Whether you’re new to the hobby of photography or you’re upgrading your equipment from a point-and-shoot camera, obtaining a DSLR is a good investment. But with so many options out there, how do you choose the right one? Every camera has so many specs and features that it’s hard to pick one. Ryans has quite a large stock of popular DSLR models and our experts at Ryans are always ready to help you out so that you can make the best purchase decision within your budget. In this article, we’ll take a look at the various things you should know to make the right purchase.
Sensor size is probably the most vital feature of your camera, but it’s one that a lot of people don’t know about or understand. Each camera has an image sensor that records the image through the viewfinder and sends it to the memory card. A larger helps the camera to capture more information, which eventually produces clearer images. 'Full Frame' or 36mm x 24mm is the largest sensor size. The sensor size of the most amateur and semi-professional cameras is 22mm x 16mm. The size of the sensor varies with the model and brand of the camera, however, you should always opt for a larger sensor within your budget.
Most people think that megapixels determine the quality of the camera, as manufacturers always talk about megapixels while highlighting camera features. It is certainly an important feature to take into account but probably not as important as you think. With a device at or around seven megapixels, you can easily print sharp pictures up to 14x11, which is quite a bit larger compared to what most people print. Even entry-level cameras, nowadays, come with at least 15 megapixels. Any DSLR you buy today is most likely to come with more megapixels than you need. In short, you don’t need to worry about megapixels, as you’ll get more than enough anyway.
If you want to use your DSLR for video recording, you need to take a look at the video capabilities of your next camera. Some entry-level cameras can record in full HD or 1080p, while others are non-HD and record in 720p. You should also take a look at different frame rates, as higher frame rate helps to smooth motion.
Modes and Editing Features
Most of the DSLR cameras come with plenty of camera modes such as portrait, landscape, night, indoor, panorama, and action. You should take a look at the camera’s shooting modes and select the one that offers greater options for your photography needs.
If you’re not into advanced photography work, the 'auto' shooting mode is good enough for day-to-day photography.
On the other hand, learning to adjust aperture or shutter speed in ‘manual’ mode could help you bring the best out of your photographs. But when you’re just getting started, built-in modes can be handy while taking pictures.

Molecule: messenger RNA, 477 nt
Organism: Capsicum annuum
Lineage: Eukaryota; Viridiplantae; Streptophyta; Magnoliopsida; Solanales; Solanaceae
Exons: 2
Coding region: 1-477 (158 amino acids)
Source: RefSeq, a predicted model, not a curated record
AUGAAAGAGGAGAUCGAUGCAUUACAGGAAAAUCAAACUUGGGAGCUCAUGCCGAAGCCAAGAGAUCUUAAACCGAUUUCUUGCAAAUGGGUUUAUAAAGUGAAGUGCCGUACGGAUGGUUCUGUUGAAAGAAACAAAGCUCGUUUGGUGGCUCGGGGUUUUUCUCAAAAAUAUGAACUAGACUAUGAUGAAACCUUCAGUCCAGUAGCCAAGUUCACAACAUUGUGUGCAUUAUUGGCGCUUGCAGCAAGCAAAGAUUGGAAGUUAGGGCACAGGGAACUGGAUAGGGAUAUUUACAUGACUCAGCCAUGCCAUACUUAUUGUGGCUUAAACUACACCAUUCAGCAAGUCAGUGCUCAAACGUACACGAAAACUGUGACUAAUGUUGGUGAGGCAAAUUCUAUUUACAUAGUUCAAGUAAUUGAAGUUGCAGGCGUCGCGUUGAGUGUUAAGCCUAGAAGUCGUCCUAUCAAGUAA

Several cameras also come with quick editing features that enable you to edit photos right from the screen on the back. These features include filters, automatic adjustment, or changing exposure settings.
The vast majority of entry- and mid-level cameras are packaged with what’s called a “kit lens,” which is an 18–55mm (or thereabouts) zoom lens. These lenses tend not to have the same quality glass or the same number of features as more expensive lenses, but they do the trick. However, if there’s a package deal where you can get a nicer 18–55mm lens, a 50mm prime lens, or even an extra telephoto lens, that can make a big difference in your purchase decision. We also have a separate article dedicated to camera lenses, you should check that out for having a greater understanding of different features of camera lenses.
Although most DSLRs, entry-level cameras, in particular, look and feel pretty much the same, you may want to keep a few things in mind. Some models have LCD view-screen, which are better than the screens included on cheaper models.
Some models come with screens that pop out of the back of the camera and rotate, which is very effective if you want to take shots at unique angles. Some high-end cameras include a touchscreen, which is easier to navigate than using the small buttons on the back of the camera.
There are some cameras meant for people with smaller hands, so it’s better to check how it feels in your hand before you make the purchase.
Most entry-level cameras have polycarbonate bodies, which are light-weight but not as sturdy or nice-looking as high-end cameras. You have to pay extra for having a camera with a sturdy and appealing body.
When you’re buying a DSLR, you most likely to have an intent to use it for a long period. So, it is crucial for you to make an informed purchase to get the best out of your bucks. If you have any further query, feel free to consult with our experts at Ryans, who are always ready to help you out. We’re available 24/7 online and you will certainly find a showroom nearby.